The Chinese language goddess of the ocean, Mazu, is large enterprise in Taiwan, and blockchain might make it even larger.
Referred to as the protector of seafarers and worshiped by Chinese language communities world wide for hundreds of years, the deity Mazu is particularly widespread in Taiwan. The Dajia Jenn Lann Temple in Taichung metropolis hosts an annual nine-day 300-kilometer pilgrimage with a statue of the goddess that draws lots of of 1000’s of followers.
Pilgrimages and associated festivals have fashioned what is named the “Mazu financial system”, which refers to donations and spending on Mazu-themed merchandise and enterprise alternatives revolving across the faith.
Dajia Jenn Lann Temple, which dates again to the Qing Dynasty within the 18th century, has determined so as to add a Net 3.0 ingredient to its actions. It entails minting and promoting non-fungible tokens (NFTs) of the ocean goddess that act as a precedence move for the pilgrimage that normally happens within the spring.
MazuDAO NFTs went on sale in August at NT$18,880 (US$615) by way of the temple’s e-commerce platform MazuBuyBuy and elsewhere. To date, the temple has minted and bought greater than 2,800 NFTs.
“In accordance with estimates, the nine-day pilgrimage could generate greater than NT$5 billion (US$163 million) in spending. On the day Mazu returned to the house temple, we noticed about 500,000 folks be a part of the pilgrimage,” mentioned Mingkun Cheng, vice chairman of the Dajia Jenn Lann Temple board. Forkast.
Extra younger individuals are becoming a member of the pilgrimage, which is why the MazuDAO NFTs attraction to them, Cheng mentioned.
Many conventional cultural actions are adapting to digital and technological innovation, mentioned Mao-Hsien Lin, an affiliate professor within the division of Taiwanese languages and literature at Nationwide Taichung College of Schooling. Forkast.
Nonetheless, Lin, who researches Mazu’s faith, mentioned many older followers aren’t so positive in regards to the developments.
“They like bodily contact and direct contact with the statue of the deities,” Lin mentioned. They aren’t so positive that in the event that they worship on-line, the deities are additionally on-line to listen to their prayers.
Nonetheless, Lin mentioned that the pilgrimage precedence profit for NFT holders won’t be too interesting to conventional believers.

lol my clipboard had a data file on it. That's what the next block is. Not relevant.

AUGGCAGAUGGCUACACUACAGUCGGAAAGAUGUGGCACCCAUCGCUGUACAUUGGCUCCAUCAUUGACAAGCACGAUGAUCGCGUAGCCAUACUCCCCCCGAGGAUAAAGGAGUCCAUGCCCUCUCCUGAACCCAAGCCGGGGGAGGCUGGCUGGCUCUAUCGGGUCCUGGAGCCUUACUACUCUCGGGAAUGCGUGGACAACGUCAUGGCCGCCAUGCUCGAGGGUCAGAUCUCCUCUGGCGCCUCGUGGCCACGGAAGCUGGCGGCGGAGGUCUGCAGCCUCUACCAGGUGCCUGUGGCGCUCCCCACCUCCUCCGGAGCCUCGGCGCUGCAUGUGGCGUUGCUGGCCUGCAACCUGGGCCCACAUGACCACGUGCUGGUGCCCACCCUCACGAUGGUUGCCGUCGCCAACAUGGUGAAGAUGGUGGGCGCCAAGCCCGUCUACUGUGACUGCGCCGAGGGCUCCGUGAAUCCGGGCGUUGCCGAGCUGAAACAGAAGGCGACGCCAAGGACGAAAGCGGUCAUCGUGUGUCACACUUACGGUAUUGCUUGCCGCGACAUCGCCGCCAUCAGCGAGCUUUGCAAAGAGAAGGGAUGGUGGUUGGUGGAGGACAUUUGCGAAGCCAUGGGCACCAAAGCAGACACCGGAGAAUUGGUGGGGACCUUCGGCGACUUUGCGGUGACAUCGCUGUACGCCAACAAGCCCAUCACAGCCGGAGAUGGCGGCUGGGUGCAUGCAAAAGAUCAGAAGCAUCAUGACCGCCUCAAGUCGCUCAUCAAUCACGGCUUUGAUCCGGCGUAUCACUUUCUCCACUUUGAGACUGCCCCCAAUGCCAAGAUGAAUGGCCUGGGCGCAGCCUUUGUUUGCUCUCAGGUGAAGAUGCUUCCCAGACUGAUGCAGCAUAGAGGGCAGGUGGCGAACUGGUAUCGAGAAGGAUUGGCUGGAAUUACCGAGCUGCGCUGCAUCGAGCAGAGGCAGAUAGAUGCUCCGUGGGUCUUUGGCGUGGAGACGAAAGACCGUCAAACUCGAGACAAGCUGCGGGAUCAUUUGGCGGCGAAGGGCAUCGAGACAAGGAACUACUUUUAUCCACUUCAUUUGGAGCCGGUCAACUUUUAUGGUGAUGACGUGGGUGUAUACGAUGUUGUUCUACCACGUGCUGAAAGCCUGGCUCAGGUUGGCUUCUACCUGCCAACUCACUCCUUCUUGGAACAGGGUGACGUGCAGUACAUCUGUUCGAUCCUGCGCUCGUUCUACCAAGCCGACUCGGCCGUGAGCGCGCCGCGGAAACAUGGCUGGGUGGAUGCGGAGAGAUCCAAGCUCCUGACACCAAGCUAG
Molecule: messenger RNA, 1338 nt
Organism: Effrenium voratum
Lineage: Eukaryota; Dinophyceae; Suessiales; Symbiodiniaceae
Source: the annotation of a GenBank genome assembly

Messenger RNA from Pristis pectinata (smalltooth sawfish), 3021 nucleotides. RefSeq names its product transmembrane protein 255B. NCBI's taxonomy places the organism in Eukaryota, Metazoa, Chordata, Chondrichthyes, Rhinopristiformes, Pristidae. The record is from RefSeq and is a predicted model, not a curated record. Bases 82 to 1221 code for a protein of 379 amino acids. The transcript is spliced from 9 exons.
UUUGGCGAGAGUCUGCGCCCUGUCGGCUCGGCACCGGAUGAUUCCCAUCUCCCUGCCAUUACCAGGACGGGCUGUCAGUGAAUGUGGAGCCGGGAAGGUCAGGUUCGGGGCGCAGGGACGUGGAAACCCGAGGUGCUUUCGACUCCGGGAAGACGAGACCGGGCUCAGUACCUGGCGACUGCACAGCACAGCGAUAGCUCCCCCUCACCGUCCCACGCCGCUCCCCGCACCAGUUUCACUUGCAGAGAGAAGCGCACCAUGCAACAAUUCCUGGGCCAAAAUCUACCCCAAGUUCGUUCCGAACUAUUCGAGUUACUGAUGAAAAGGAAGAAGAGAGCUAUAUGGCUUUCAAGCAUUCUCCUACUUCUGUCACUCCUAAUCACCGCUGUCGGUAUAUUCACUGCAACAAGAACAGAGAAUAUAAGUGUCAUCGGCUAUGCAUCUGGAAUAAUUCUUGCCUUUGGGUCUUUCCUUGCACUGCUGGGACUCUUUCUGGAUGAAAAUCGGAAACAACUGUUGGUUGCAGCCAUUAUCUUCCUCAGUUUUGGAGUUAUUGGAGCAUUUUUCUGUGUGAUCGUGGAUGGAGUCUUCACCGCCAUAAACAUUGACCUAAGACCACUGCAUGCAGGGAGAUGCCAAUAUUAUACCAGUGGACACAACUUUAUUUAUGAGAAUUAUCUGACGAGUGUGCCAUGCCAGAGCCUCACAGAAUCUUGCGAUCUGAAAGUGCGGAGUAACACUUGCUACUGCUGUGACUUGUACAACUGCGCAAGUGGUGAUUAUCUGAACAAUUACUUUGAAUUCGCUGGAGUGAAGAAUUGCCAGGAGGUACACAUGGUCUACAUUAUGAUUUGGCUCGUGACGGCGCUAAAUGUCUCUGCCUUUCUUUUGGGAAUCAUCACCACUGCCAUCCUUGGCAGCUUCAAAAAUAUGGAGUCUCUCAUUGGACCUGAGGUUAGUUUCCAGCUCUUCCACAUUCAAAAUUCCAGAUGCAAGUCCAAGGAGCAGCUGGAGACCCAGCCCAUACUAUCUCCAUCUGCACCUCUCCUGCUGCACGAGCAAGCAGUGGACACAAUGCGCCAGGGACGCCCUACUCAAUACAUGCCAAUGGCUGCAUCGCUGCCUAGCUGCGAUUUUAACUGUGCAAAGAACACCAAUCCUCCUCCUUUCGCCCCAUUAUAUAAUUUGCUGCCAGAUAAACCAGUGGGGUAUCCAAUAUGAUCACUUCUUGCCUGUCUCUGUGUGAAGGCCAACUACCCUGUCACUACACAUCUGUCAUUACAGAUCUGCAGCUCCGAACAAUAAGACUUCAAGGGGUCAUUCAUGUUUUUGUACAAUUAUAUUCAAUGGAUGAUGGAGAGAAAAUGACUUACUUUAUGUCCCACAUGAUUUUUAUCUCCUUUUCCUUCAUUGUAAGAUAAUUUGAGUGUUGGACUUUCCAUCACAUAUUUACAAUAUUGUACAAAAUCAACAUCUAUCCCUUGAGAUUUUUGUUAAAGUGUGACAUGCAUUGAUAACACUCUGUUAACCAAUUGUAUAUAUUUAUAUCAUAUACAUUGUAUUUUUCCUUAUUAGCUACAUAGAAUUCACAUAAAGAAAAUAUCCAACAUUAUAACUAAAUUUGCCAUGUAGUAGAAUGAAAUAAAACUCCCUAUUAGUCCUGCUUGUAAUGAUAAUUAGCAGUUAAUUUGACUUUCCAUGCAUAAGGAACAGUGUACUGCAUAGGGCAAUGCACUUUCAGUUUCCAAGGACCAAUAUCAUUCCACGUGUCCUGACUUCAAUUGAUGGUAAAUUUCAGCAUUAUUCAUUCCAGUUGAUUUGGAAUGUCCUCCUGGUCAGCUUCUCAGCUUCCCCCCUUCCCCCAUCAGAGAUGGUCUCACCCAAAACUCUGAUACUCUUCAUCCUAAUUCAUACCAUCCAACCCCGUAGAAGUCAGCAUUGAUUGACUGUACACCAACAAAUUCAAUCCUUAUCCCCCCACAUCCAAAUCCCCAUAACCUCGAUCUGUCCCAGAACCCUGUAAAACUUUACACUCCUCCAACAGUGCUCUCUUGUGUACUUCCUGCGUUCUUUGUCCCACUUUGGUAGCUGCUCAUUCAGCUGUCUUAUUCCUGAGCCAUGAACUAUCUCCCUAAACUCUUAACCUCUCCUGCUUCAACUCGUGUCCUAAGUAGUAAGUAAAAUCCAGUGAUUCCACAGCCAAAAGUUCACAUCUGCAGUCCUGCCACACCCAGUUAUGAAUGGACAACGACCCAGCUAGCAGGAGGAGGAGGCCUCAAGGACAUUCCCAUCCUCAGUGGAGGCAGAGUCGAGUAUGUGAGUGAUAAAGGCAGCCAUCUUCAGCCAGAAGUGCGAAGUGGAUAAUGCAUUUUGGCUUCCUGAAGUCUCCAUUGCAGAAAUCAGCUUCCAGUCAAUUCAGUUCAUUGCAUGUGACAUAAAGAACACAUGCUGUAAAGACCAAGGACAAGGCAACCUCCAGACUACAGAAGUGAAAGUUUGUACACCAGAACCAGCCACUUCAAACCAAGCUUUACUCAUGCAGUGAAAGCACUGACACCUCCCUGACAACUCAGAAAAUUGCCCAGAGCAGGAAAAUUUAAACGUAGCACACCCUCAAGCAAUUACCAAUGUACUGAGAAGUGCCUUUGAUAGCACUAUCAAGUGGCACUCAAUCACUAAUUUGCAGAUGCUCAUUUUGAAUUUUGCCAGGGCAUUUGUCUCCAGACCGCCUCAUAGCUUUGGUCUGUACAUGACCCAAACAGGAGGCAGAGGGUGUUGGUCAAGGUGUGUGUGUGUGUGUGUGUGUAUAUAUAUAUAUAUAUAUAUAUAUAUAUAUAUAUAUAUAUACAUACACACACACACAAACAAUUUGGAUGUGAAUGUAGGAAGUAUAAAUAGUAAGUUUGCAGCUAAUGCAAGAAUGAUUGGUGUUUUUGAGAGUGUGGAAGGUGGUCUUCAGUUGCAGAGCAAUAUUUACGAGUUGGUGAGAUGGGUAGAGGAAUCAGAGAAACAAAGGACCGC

“Normally after we pray, the gap between you and the statue does not actually matter. It is not such as you get particular remedy should you’re nearer,” she added. “It is getting a bit too commercialized.”
To faucet into the standard believer market, the NFT mission staff organized offline advertising and marketing campaigns, a distinct method from most NFT initiatives that prioritize on-line advertising and marketing channels.
Jerry Yan, MazuDAO mission chief, mentioned Forkast that many older supporters did not even personal a smartphone and “lived largely in a Net 0.0 world.”
“We needed to arrange promotional cubicles in entrance of the temple to introduce MazuDAO NFT to these Web0 believers,” Yan mentioned, including that in addition they wanted a landline customer support staff as a result of it was the one solution to attain the temple’s older followers. .
“Typically over the cellphone we’d ask them to name their grandchildren to assist and arrange crypto wallets on their behalf.”
Cheng mentioned the temple approved some on-line sellers to make use of its Mazu mental property to fabricate merchandise on the market on its MazuBuyBuy e-commerce platform.
Lin, the researcher, mentioned Mazu has turn into a extremely commercialized mental property in Taiwan, with Mazu-themed merchandise in comfort shops and main on-line buying websites.
“Once more, I feel a big a part of the essence of faith lies in providing that psychological consolation to believers. It is not essentially a great factor if it is overly commercialized,” Lin mentioned. “If we see the deity as a enterprise generator, she would lose the sense of divinity.”
Nonetheless, Cheng of the Dajia Jenn Lann Temple mentioned the temple’s annual pilgrimages have attracted an growing variety of younger folks, with many posting movies of the competition and pilgrimage on social media platforms similar to Instagram and YouTube.
A Taiwan-based Korean YouTuber (generally known as Korean Kimchengu, actually “Korean enoki mushroom”) joined the pilgrimage final 12 months and made a video that garnered greater than 580,000 views.
Logan Beck, an American YouTuber based mostly in Taiwan, additionally uploaded a video of the 2021 pilgrimage, which now has over 405,000 views.
Blockchain gets religion? Temple in Taiwan minting NFTs to local sea goddess